Jr Bacdayan
Oct 10, 2013 Jr Bacdayan rated it it was amazing  ·  review of another edition
In the early precepts of the morning, before the spherical fire illuminates from the east, there lies a mist resembling a giant white sheet engulfing the plain of Florence when viewed from the vista of Villa San Girolamo. Villa San Girolamo: a resort of renaissance, a nunnery, a fortress, a makeshift hospital, a shelter to four scarred and broken silhouettes in darkness, a testament to the arduous effects of time and the slow decomposition of the past.

How do you pick up the pieces? How do you s
...more
Julie
On the floating shelf of Books That Have Changed My Life, one will find The English Patient.

Michael Ondaatje repeats a line (it appears on pages 112 and 113 of my edition) that I want to wrap myself up in and think about, write about, dream about, cry over, taste, drink in: 'If he could just walk the seven yards across the Englishman's room and touch her he would be sane.' and a few paragraphs later, 'If he could walk across the room and touch her he would be sane.'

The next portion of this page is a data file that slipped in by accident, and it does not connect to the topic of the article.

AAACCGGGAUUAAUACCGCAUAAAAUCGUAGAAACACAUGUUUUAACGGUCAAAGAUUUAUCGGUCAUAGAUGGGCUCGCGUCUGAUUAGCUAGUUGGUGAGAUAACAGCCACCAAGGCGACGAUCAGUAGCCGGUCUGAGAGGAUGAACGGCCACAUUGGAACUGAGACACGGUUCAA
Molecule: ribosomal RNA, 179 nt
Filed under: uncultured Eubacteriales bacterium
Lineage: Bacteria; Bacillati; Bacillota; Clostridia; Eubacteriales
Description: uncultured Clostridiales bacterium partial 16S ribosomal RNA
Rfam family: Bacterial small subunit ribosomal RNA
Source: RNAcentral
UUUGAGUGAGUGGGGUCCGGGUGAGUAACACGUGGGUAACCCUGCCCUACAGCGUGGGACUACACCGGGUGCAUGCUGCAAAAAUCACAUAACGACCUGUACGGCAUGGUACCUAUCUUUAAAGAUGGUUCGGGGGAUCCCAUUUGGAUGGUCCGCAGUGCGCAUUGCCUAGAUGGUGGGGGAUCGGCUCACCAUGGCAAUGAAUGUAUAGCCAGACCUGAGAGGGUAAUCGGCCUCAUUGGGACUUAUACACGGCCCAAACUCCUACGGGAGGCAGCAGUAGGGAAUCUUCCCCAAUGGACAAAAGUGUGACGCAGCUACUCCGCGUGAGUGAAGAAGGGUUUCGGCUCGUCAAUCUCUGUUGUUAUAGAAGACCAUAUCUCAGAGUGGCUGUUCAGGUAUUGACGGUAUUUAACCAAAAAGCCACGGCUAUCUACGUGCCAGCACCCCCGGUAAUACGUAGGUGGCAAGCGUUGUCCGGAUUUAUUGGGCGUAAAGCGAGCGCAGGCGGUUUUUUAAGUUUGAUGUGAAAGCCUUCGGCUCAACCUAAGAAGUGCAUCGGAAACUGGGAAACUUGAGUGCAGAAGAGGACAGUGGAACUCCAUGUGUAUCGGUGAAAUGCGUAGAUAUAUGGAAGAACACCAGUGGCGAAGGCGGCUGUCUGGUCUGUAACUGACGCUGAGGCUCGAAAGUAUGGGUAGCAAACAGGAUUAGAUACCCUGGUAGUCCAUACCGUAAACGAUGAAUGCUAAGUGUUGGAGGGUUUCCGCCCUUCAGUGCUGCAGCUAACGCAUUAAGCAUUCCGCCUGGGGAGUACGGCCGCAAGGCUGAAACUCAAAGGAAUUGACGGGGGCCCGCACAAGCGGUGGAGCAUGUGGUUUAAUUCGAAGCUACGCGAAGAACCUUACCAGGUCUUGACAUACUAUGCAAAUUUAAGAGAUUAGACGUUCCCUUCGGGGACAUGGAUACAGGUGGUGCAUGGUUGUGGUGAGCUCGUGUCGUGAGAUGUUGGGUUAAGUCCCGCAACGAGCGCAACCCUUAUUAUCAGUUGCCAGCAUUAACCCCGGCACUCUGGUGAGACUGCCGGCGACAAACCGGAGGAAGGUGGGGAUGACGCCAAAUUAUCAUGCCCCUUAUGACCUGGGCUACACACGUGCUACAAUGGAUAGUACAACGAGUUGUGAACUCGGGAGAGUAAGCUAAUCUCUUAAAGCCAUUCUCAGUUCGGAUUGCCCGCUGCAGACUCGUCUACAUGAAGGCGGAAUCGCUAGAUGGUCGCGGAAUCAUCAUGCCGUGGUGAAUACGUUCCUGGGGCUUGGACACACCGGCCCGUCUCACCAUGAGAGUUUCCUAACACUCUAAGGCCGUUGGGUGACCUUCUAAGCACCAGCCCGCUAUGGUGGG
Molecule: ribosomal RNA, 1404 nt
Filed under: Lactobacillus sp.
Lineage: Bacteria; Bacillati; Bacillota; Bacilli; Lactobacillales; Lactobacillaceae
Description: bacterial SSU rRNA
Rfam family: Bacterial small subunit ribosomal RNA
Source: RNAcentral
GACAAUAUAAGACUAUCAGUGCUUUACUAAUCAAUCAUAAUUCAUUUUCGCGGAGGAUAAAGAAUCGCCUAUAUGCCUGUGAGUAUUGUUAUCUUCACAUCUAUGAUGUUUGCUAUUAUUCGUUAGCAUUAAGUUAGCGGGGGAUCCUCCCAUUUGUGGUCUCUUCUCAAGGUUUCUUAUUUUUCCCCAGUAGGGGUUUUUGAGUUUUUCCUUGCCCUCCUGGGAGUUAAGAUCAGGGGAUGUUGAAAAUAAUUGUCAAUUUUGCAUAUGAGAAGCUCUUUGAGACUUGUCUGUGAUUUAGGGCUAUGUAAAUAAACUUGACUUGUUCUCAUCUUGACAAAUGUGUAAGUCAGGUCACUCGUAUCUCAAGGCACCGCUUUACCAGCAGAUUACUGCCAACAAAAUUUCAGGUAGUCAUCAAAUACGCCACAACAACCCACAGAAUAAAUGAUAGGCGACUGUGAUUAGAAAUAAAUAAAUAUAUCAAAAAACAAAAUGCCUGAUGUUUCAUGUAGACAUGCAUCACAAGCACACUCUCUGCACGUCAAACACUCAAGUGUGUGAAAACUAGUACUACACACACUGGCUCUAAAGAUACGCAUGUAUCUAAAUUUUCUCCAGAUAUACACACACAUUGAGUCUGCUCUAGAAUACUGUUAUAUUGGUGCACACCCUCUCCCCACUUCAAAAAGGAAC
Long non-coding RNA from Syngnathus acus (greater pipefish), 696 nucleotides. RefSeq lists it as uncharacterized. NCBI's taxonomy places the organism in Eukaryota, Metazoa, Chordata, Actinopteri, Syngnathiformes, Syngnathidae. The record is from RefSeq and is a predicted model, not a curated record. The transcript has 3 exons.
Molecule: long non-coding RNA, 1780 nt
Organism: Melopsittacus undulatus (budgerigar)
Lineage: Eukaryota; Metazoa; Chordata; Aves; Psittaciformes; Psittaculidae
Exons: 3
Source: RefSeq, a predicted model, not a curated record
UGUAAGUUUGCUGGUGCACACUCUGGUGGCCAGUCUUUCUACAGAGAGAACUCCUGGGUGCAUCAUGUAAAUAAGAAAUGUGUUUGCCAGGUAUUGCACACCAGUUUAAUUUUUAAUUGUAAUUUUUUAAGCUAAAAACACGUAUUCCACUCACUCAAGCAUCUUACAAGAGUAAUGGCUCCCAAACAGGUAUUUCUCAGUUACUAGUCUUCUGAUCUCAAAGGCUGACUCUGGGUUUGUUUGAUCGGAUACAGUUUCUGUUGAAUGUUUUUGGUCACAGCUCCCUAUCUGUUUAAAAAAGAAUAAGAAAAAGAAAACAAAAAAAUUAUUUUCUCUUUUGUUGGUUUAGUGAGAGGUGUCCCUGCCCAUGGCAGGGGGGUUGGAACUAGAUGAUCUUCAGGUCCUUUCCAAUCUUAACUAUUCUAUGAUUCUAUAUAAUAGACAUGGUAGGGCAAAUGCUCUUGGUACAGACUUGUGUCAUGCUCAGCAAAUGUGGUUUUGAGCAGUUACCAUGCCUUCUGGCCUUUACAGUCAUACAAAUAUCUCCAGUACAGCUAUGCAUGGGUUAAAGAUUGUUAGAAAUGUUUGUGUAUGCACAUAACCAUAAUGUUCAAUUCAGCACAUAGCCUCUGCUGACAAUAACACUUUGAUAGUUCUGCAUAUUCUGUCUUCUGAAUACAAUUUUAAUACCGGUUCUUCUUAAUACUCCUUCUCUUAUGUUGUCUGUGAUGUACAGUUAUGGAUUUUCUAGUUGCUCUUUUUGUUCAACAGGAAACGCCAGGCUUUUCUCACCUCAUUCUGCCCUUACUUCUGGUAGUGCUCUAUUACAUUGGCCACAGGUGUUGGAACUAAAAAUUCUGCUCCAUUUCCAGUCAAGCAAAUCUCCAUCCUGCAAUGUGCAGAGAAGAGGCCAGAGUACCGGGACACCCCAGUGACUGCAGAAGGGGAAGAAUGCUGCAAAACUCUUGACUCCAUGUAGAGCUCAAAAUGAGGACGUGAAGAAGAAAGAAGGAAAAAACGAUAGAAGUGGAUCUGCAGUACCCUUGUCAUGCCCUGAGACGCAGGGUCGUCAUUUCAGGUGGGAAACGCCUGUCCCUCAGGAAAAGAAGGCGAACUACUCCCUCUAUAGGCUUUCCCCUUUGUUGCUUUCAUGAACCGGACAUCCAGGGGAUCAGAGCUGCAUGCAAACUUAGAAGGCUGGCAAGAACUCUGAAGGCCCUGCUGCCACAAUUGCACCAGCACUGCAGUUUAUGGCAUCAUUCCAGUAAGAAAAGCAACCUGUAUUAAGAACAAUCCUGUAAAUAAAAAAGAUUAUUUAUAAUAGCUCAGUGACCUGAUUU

I believe it is the only repe
...more
Cassy
I am just going to fess up. This book was too literary and depressing for my tastes or, at least, for my mood when I started. Ondaatje offered beautiful descriptions, insightfulness, and a profound melancholy. Yet I found myself trudging through this one, propelled forward only by his up-coming visit to Houston.

Given his picture on the jacket cover, highfaluting writing style, and acclaimed career, I expected him to be pretentious. To the contrary, he was charming during the on-stage interview.
...more
Shovelmonkey1
This is the book that made me want to run away to Cairo in the 1940s and have an affair with one of the displaced European aristocracy. The only thing that's currently preventing this is the human races inability to perfect the art of time travel. Curses! But once that small hurdle has been removed, I'll be off. This book appealed to me on many levels:

Deserts and far flung foreign travel - tick
Hidden subterranean archaeology - tick
Enigmatic European aristocracy - tick
Spell binding tale of fate c
...more
Phrynne
I am going straight down the middle on this one and giving it three stars. I liked the beautiful use of the English language and the lovely descriptions. I liked some parts of the story such as the chapters about Kip. I did not like the parts where with the best will in the world I could not make real sense of what was occurring (possibly nothing I think). I did not like the love affair which seemed to have been very brief and ended very harshly. And I always prefer books where the ending involv ...more
Megan Baxter